Transfer learning has proven to be a successful technique to train deep learning models in the domains where little training data is available. The dominant approach is to pretrain a model on a large generic dataset such as ImageNet and finetune its weights on the target domain. However, in the new era of an ever-increasing number of massive datasets, selecting the relevant data for pretraining is a critical issue. We introduce Neural Data Server (NDS), a large-scale search engine for finding the most useful transfer learning data to the target domain. NDS consists of a dataserver which indexes several large popular image datasets, and aims to recommend data to a client, an end-user with a target application with its own small labeled dataset. The dataserver represents large datasets with a much more compact mixture-of-experts model, and employs it to perform data search in a series of dataserver-client transactions at a low computational cost. We show the effectiveness of NDS in various transfer learning scenarios, demonstrating state-of-the-art performance on several target datasets and tasks such as image classification, object detection and instance segmentation. Neural Data Server is available as a web-service at http://aidemo

Revisiting Knowledge Distillation via Label Smoothing Regularization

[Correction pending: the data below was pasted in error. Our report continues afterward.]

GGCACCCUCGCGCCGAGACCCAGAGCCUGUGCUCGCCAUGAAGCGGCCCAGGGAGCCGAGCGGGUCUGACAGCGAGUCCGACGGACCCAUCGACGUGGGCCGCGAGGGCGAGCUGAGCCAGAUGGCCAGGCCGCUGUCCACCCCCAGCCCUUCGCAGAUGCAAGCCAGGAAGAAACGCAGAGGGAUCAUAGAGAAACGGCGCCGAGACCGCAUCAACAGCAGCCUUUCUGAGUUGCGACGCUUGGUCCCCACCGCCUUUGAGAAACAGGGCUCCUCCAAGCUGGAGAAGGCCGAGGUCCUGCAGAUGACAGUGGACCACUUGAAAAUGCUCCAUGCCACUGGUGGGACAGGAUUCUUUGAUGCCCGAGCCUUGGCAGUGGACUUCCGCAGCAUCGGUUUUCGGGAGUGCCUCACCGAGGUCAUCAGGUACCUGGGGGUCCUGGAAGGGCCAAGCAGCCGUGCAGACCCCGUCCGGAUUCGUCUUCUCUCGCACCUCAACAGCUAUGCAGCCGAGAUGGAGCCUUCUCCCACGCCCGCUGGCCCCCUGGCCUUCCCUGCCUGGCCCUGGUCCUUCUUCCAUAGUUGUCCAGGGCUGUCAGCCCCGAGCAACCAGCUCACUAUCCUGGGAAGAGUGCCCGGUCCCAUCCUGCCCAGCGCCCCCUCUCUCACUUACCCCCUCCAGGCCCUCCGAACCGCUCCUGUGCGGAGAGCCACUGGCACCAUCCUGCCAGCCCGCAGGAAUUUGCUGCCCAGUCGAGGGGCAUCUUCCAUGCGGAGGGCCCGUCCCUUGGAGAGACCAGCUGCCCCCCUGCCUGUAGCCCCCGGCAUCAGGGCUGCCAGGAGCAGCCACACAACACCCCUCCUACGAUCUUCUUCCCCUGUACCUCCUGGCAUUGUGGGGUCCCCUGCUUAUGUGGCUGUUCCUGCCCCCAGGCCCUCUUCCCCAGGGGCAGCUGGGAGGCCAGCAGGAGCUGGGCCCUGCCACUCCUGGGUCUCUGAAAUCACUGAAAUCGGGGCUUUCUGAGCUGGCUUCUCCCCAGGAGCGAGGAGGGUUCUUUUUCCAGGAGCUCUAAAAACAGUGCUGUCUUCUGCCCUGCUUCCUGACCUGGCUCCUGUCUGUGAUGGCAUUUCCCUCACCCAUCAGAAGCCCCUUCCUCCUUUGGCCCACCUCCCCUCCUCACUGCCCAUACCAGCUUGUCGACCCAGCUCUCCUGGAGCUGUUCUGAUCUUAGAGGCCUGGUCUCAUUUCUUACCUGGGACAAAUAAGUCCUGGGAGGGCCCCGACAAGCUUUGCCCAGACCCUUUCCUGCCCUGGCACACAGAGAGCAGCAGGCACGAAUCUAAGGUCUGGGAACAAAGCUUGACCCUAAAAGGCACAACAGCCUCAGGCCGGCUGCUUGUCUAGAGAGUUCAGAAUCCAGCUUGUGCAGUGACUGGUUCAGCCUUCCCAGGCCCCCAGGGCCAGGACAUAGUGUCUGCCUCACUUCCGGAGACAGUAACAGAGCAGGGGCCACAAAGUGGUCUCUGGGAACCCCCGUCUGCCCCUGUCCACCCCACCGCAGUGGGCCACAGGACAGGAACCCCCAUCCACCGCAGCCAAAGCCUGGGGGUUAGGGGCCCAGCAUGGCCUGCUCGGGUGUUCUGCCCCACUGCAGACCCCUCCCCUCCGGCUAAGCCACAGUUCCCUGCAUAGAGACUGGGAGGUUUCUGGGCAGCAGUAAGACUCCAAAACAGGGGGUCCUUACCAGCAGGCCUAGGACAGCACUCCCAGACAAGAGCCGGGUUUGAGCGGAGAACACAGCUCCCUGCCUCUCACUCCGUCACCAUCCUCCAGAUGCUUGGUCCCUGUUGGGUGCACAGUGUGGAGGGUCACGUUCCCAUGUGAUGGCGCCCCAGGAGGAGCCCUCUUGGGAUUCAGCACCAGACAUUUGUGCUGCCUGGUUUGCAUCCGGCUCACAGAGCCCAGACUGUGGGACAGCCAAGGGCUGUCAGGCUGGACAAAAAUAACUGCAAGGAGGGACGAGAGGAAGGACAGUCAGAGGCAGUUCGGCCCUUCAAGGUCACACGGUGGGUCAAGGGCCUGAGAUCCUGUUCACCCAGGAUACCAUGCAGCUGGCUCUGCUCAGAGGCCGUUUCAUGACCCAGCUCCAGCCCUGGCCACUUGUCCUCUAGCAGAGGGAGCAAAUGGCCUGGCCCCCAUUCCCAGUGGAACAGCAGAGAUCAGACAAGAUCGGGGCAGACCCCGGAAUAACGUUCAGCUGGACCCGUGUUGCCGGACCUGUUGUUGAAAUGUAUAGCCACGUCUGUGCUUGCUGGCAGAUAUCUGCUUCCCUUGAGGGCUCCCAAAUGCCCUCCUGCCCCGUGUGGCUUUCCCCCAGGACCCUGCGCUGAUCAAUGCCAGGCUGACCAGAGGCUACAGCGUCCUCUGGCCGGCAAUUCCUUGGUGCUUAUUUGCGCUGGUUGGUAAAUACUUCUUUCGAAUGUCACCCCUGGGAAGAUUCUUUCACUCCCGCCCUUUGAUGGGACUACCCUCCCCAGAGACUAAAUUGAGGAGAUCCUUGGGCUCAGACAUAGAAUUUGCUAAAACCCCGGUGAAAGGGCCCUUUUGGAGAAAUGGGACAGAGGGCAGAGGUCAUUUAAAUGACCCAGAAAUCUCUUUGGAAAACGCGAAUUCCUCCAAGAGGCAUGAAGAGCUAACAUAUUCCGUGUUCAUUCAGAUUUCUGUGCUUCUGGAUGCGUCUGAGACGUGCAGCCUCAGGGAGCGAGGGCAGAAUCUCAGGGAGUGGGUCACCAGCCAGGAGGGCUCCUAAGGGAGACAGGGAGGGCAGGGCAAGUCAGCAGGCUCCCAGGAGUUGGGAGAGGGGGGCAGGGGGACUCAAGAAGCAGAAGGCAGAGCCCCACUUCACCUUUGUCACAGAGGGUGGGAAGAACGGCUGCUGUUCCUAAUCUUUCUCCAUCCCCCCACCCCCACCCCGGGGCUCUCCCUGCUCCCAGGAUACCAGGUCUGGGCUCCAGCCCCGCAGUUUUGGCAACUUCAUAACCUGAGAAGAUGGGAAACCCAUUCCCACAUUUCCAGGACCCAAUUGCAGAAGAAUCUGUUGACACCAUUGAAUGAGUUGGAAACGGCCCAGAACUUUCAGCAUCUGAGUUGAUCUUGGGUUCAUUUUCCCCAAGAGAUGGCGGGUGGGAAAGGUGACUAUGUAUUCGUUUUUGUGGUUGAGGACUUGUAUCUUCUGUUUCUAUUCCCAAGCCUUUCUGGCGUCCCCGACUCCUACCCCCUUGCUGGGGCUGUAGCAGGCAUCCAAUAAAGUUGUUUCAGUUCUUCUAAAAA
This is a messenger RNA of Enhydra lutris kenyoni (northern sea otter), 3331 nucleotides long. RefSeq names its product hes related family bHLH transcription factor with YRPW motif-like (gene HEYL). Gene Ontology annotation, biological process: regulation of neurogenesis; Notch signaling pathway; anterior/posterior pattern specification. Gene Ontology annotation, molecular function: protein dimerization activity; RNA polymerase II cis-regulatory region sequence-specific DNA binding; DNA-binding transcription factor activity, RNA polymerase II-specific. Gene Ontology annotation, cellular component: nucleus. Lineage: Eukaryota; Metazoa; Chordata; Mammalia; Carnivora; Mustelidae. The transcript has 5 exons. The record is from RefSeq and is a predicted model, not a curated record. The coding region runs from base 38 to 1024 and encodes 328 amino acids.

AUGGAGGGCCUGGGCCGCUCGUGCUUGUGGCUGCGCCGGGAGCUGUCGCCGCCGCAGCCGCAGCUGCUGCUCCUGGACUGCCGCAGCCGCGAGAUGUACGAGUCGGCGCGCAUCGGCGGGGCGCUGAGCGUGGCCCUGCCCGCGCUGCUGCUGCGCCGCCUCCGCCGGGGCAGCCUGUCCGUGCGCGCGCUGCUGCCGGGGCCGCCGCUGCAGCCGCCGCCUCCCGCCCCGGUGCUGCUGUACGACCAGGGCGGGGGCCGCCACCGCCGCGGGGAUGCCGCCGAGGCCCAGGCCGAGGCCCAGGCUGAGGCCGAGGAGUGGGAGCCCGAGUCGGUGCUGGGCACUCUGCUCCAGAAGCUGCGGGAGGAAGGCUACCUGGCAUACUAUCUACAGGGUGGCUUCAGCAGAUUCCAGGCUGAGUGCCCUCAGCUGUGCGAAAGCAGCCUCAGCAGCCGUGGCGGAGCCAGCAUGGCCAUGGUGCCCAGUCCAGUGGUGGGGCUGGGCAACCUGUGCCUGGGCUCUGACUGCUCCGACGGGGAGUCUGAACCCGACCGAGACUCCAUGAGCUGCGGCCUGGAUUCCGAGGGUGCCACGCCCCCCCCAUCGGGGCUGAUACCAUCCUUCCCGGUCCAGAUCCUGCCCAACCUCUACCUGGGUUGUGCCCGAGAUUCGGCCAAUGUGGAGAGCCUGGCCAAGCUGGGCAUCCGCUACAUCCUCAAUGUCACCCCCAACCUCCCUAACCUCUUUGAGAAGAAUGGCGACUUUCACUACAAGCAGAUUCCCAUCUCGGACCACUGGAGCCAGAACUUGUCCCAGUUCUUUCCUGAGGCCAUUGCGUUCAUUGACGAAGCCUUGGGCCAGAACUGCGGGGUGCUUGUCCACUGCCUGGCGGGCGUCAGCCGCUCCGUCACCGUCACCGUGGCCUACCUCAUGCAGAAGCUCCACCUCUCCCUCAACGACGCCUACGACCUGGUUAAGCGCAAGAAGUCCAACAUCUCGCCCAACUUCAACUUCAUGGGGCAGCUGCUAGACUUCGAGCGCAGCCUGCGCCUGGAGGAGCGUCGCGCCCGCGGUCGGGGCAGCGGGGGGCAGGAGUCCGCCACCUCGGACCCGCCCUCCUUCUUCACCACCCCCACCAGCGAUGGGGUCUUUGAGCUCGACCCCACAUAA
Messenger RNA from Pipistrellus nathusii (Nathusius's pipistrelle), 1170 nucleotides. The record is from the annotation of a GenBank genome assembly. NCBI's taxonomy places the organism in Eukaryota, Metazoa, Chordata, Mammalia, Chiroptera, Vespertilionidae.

Knowledge Distillation (KD) aims to distill the knowledge of a cumbersome teacher model into a lightweight student model. Its success is generally attributed to the privileged information on similarities among categories provided by the teacher model, and in this sense, only strong teacher models are deployed to teach weaker students in practice. In this work, we challenge this common belief by following experimental observations: 1) beyond the acknowledgment that the teacher can improve the student, the student can also enhance the teacher significantly by reversing the KD procedure. 2) a poorly-trained teacher with much lower accuracy than the student can still improve the latter significantly. To explain these observations, we provide a theoretical analysis of the relationships between KD and label smoothing regularization. We prove that 1) KD is a type of learned label smoothing regularization and 2) label smoothing regularization provides a virtual teacher model for KD. From these results, we argue that the success of KD is not fully due to the similarity information between categories from teachers, but also to the regularization of soft targets, which is equally or even more important. Based on these analyses, we further propose a novel Teacher-free Knowledge Distillation (Tf-KD) framework, where a student model learns from itself or manually-designed regularization distribution. The Tf-KD achieves comparable performance with normal KD from a superior teacher, which is well applied when a stronger teacher model is unavailable. Meanwhile, Tf-KD is generic and can be directly deployed for training deep neural networks. Without any extra computation cost, Tf-KD achieves up to 0.65% improvement on ImageNet over well-established baseline models, which is superior to label smoothing regularization.